Democrat Hoyer takes no chances in House race CAMPAIGN 1994 -- CONGRESS 5TH DISTRICT

October 24, 1994|By Karen Hosler | Karen Hosler,Sun Staff Correspondent

UPPER MARLBORO -- If a congressman works really hard and brings home lots of bacon, is that enough these days to overcome voter contempt for Washington and the feeling that government spends too much?

If a lawmaker has a voting record that seems too liberal for many people in his district, can he still win forgiveness by always being around to help with their problems?

The political maxim that people hate Congress but love their own doting congressman is being severely tested across the nation this fall, but probably nowhere more than here, where Rep. Steny H. Hoyer is relentlessly wooing the hearts and votes of Southern Marylanders.

In the space of just four hours last week, the seven-term Democrat cut ribbons on $28 billion worth of Hoyer-sponsored largess: a $12 million laboratory for the Agricultural Research Service -- the first building added to the Beltsville complex in 22 years -- and a $15 million National Wildlife Visitor Center at the Patuxent Environmental Science Center in Laurel. The 20,000-acre wildlife breeding area was expanded at Mr. Hoyer's urging to include 8,000 acres of forest that former President Ronald Reagan wanted to bulldoze for private development.

Between the two events, the congressman stopped at a trade fair, where Prince George's County police officials boasted about the success of an anti-gang program for teen-agers financed with grant money Mr. Hoyer tucked into the budget. The congressman was escorted through the fair by Wallace O. Stephens, a Republican businessman and president of the Prince George's County Chamber of Commerce, who said he ignored appeals for help from Mr. Hoyer's GOP opponent.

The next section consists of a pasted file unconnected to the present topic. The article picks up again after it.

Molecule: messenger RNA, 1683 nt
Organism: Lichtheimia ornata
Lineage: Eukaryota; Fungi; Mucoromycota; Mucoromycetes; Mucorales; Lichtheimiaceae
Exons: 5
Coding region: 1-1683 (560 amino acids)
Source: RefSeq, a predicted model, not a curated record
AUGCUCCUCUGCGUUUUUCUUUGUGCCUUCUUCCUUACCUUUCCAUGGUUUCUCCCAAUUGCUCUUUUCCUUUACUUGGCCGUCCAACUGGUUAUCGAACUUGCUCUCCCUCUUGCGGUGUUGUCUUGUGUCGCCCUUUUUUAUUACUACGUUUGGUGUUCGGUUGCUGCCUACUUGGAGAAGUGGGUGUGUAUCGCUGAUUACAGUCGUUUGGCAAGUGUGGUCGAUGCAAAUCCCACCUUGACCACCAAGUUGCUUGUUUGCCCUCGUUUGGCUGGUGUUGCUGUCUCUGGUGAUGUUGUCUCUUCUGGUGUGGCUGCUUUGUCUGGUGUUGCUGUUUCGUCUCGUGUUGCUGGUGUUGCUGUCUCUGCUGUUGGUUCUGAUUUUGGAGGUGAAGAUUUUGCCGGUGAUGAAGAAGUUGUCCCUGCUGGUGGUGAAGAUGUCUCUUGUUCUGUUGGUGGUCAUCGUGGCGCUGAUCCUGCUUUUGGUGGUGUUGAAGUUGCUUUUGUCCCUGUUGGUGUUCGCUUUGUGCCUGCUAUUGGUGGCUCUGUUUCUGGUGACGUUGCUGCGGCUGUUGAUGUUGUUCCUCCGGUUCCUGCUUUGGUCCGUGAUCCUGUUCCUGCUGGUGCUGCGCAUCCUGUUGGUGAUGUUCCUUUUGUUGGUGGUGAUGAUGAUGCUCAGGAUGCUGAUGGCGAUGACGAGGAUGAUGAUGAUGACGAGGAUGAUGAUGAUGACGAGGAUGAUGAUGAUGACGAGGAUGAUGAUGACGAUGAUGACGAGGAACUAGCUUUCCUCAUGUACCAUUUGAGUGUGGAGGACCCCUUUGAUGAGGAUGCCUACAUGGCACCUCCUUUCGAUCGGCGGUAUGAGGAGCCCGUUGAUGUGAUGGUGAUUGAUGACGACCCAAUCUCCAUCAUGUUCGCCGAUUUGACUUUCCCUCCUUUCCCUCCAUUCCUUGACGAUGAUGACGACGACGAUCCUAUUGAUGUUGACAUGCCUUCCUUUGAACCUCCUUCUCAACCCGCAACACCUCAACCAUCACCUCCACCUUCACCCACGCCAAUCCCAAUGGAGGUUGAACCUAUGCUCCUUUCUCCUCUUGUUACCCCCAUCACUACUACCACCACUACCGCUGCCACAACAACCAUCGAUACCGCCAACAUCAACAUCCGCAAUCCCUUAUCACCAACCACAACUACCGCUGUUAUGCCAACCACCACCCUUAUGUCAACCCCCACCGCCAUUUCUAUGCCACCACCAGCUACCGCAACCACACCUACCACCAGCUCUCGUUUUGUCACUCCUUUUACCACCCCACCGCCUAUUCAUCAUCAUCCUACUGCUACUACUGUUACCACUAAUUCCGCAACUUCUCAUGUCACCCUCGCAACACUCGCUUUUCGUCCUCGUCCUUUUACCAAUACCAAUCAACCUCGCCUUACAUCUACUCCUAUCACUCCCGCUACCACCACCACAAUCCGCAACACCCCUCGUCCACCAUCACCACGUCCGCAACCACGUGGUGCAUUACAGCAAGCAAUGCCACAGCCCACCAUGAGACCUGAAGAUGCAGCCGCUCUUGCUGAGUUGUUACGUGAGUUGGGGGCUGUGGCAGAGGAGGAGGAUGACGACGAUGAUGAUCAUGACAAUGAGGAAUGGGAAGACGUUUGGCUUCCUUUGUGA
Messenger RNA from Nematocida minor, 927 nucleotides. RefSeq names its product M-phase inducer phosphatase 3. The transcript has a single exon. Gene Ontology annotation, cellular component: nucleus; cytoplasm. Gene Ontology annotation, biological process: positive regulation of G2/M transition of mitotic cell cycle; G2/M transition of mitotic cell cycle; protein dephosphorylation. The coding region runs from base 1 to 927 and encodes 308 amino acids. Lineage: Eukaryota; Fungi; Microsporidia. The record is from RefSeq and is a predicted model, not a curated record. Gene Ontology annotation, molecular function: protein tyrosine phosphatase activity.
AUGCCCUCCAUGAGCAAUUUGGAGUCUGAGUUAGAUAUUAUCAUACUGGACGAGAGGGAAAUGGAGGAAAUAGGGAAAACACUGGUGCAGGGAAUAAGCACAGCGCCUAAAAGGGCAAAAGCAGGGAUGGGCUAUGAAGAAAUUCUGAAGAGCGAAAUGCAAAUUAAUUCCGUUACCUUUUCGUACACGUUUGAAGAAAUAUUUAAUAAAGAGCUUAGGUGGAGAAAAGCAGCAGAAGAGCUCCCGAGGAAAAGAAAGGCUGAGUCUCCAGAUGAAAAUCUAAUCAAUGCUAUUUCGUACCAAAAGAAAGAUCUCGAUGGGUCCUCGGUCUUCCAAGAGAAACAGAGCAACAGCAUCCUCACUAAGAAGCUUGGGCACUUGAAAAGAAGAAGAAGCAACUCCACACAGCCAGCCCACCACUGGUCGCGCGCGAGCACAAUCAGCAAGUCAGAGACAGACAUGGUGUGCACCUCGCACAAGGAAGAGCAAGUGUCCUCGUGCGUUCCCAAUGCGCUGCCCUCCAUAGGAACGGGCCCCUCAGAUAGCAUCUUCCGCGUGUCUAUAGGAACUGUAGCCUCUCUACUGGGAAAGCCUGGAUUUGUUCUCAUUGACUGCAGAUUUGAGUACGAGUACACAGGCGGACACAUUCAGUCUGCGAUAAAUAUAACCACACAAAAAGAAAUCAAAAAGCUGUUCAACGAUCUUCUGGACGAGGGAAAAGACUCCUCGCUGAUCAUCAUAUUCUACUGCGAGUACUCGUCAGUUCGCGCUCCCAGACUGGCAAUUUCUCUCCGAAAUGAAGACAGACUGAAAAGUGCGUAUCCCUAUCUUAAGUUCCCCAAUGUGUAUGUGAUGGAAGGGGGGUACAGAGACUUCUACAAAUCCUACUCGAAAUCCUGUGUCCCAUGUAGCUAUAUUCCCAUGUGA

"Steny is available 24 hours a day, seven days a week, and that means something to me personally," Mr. Stephens said.

Meanwhile, television and radio ads were beaming into the four other counties of the 5th Congressional District -- Calvert, Charles, Anne Arundel and St. Mary's -- noting Mr. Hoyer's successful efforts to spare naval facilities from closing and to finance cleanup of the Chesapeake Bay.

Facing a low-octane challenge from Donald J. Devine, a former Reagan personnel director whose tenure was so controversial Mr. Devine couldn't win confirmation to a second term from a Republican-controlled Senate, Mr. Hoyer observed: "You'd think there wouldn't be any contest, wouldn't you?"

But he can't afford to take any chances. Mr. Hoyer narrowly escaped defeat two years ago in a newly drawn district packed with unfamiliar and unfriendly turf. As the fourth-ranking Democrat in the House at a time when President Clinton and most other party leaders are under siege, the congressman makes a prime target for Republicans who hope sniper fire from Mr. Devine will be enough to give Mr. Hoyer a final push out the door.

"Steny Hoyer is a decent enough person, except that he is a captive of 1960s solutions, and as part of the Democratic leadership, he must vote to support President Clinton's equally outmoded ideas," Mr. Devine said in announcing his candidacy in June. "We should start term limits by giving him a fine retirement. He has just been around too long and needs some time in the private sector to understand the problems the rest of us face."

The challenger has focused on the four counties that make up the newest parts of Mr. Hoyer's district -- all of which the congressman lost in the 1992 election to his Republican opponent, Lawrence J. Hogan Jr. Though mostly Democrats, voters there tend to be more conservative than those in Mr. Hoyer's boyhood home of Prince George's County.

In press releases and ads, the Republican challenger pushes the buttons considered likely to reach what in President Reagan's day was called a boll weevil audience. The incumbent, Mr. Devine says, is soft on crime, weak on defense and favors gun control and gays in the military.

The first two assertions are open to debate. Mr. Hoyer was a chief sponsor of the "three-time loser" mandatory-sentencing provision in the crime bill enacted this year. But he also made an appeal for leniency at the sentencing of a family friend with two prior drug offenses who had been convicted of armed robbery. On defense, the congressman has been more hawkish than most Democrats long before it was fashionable. But he also voted against the U.S. assault on Iraqi forces that drove them from Kuwait in 1991.

On gun control and gay tolerance, Mr. Devine's assertions are pretty much on target.

"He comes down here, and he talks like he's one of us, but he goes back to Washington and votes like an ultra-liberal," said state Sen. James C. Simpson, a Charles County Democrat.

Probably most hurtful to Mr. Hoyer is the challenger's use of the congressman's own heated words on the House floor proclaiming himself a "tax-tax, spend-spend Democrat."

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